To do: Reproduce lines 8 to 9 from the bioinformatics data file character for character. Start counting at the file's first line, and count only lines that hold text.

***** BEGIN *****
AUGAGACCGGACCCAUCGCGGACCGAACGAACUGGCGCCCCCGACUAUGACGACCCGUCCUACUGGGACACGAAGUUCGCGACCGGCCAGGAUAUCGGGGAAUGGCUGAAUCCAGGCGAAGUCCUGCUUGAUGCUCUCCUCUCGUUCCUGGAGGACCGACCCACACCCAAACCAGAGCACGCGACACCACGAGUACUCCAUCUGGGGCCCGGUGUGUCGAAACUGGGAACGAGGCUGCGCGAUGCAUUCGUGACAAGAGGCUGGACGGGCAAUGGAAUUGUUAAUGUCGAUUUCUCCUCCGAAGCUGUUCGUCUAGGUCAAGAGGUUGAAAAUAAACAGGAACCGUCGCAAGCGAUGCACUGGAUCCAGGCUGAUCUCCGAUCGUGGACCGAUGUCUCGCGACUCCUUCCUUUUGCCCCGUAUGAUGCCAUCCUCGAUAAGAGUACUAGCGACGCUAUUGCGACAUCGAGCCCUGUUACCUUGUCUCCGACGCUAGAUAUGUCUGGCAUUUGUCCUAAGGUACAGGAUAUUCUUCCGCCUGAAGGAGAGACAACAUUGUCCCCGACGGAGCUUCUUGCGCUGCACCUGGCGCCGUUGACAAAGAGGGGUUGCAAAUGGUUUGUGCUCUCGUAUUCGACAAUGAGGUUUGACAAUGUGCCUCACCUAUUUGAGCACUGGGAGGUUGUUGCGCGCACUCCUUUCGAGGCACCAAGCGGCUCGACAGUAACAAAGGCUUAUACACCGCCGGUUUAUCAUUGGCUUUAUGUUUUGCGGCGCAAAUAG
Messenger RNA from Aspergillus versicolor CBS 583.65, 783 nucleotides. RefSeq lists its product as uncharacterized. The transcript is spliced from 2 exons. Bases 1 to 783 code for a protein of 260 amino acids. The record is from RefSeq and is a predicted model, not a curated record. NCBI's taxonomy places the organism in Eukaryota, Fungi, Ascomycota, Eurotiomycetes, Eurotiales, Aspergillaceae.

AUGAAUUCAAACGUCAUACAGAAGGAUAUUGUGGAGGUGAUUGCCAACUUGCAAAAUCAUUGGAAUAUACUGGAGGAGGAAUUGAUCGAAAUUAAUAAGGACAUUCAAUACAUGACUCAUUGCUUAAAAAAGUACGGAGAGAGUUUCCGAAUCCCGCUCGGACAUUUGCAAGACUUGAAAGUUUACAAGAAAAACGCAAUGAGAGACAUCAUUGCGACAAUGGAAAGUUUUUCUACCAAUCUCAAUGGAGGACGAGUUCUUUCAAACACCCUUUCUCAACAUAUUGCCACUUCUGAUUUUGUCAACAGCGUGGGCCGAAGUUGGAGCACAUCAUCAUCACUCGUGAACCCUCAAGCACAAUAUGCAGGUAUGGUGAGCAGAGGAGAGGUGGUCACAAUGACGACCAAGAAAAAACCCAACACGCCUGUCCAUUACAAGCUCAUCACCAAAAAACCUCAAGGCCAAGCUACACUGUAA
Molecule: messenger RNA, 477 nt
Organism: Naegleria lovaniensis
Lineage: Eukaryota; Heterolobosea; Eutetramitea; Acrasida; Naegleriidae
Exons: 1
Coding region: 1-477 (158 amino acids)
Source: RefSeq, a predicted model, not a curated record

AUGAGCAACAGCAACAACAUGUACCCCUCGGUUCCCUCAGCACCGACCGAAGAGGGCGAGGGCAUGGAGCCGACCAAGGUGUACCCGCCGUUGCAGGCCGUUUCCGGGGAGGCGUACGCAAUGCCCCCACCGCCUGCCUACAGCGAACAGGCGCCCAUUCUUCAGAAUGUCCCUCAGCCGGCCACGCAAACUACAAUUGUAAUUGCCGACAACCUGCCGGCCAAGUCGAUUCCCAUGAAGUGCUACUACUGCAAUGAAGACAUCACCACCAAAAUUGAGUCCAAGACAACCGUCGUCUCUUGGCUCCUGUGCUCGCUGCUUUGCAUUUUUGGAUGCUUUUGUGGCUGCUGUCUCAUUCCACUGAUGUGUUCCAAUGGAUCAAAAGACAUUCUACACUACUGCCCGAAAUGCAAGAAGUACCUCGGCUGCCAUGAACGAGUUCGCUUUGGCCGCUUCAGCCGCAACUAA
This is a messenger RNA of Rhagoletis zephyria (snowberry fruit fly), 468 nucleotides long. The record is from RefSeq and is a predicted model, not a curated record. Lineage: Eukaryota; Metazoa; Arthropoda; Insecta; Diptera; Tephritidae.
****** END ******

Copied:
Coding region: 1-477 (158 amino acids)
Source: RefSeq, a predicted model, not a curated record